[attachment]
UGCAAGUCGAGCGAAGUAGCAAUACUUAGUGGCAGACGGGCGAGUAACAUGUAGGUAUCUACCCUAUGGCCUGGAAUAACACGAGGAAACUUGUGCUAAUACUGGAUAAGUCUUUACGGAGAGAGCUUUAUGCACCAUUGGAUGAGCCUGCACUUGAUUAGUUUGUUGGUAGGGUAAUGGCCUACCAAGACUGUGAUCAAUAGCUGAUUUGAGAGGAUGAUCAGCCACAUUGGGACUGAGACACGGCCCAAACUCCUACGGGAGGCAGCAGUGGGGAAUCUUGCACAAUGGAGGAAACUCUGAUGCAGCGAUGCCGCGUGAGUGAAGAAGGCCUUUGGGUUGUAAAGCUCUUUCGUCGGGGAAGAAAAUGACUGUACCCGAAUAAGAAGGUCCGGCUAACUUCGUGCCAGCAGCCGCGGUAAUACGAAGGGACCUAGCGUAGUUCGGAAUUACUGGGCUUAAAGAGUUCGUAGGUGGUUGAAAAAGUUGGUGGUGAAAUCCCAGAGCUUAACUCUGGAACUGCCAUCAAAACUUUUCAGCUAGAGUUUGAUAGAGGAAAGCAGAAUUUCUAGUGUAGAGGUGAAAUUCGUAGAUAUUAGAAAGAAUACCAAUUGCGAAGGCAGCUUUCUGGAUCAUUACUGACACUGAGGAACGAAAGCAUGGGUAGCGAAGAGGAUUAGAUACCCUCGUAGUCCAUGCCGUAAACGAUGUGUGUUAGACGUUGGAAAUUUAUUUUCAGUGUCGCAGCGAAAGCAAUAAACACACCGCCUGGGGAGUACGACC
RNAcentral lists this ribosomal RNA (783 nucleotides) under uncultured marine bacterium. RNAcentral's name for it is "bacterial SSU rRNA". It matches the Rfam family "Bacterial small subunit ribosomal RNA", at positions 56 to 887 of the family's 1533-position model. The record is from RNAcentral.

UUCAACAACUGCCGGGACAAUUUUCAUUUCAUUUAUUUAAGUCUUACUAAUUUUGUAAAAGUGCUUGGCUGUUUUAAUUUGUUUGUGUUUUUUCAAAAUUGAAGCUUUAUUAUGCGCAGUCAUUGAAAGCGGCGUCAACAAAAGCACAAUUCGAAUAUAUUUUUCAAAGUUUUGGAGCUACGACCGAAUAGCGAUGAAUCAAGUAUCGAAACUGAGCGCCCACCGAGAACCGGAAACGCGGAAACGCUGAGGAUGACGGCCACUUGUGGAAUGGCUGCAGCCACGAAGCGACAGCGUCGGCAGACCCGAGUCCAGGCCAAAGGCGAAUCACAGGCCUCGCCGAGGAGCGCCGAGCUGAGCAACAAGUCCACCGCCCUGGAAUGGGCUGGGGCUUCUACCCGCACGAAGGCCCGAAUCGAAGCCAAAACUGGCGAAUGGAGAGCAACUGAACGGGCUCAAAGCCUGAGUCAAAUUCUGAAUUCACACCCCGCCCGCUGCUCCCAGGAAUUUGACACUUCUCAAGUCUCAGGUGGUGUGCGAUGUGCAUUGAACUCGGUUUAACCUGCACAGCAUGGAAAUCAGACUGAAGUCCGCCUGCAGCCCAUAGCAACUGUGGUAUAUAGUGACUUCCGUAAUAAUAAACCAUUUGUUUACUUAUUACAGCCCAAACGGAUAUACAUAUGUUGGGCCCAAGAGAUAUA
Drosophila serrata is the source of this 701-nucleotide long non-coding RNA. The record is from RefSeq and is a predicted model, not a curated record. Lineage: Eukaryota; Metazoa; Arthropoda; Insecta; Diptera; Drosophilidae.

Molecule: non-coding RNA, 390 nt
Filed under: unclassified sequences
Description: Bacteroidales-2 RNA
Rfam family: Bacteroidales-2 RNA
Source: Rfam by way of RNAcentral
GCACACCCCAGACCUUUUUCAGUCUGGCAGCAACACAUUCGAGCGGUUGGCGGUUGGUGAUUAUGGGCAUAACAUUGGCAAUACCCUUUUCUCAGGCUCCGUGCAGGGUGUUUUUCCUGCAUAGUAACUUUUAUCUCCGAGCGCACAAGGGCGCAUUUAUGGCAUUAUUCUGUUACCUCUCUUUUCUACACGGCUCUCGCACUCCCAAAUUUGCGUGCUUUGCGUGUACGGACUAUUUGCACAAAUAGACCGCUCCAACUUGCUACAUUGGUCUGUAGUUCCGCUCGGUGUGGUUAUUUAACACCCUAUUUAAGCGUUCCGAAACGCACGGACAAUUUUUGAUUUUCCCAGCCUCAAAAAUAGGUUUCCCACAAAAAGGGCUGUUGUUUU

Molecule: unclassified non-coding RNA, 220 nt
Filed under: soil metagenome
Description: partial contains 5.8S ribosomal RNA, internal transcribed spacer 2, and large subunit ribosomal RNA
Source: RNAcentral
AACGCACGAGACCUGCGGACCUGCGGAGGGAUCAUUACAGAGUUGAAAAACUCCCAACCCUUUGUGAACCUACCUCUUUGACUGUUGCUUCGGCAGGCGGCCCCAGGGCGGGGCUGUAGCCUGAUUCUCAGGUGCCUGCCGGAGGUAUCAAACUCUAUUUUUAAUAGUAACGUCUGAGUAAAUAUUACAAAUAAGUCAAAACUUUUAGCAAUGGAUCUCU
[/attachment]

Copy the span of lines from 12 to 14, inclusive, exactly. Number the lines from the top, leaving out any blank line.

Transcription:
Filed under: soil metagenome
Description: partial contains 5.8S ribosomal RNA, internal transcribed spacer 2, and large subunit ribosomal RNA
Source: RNAcentral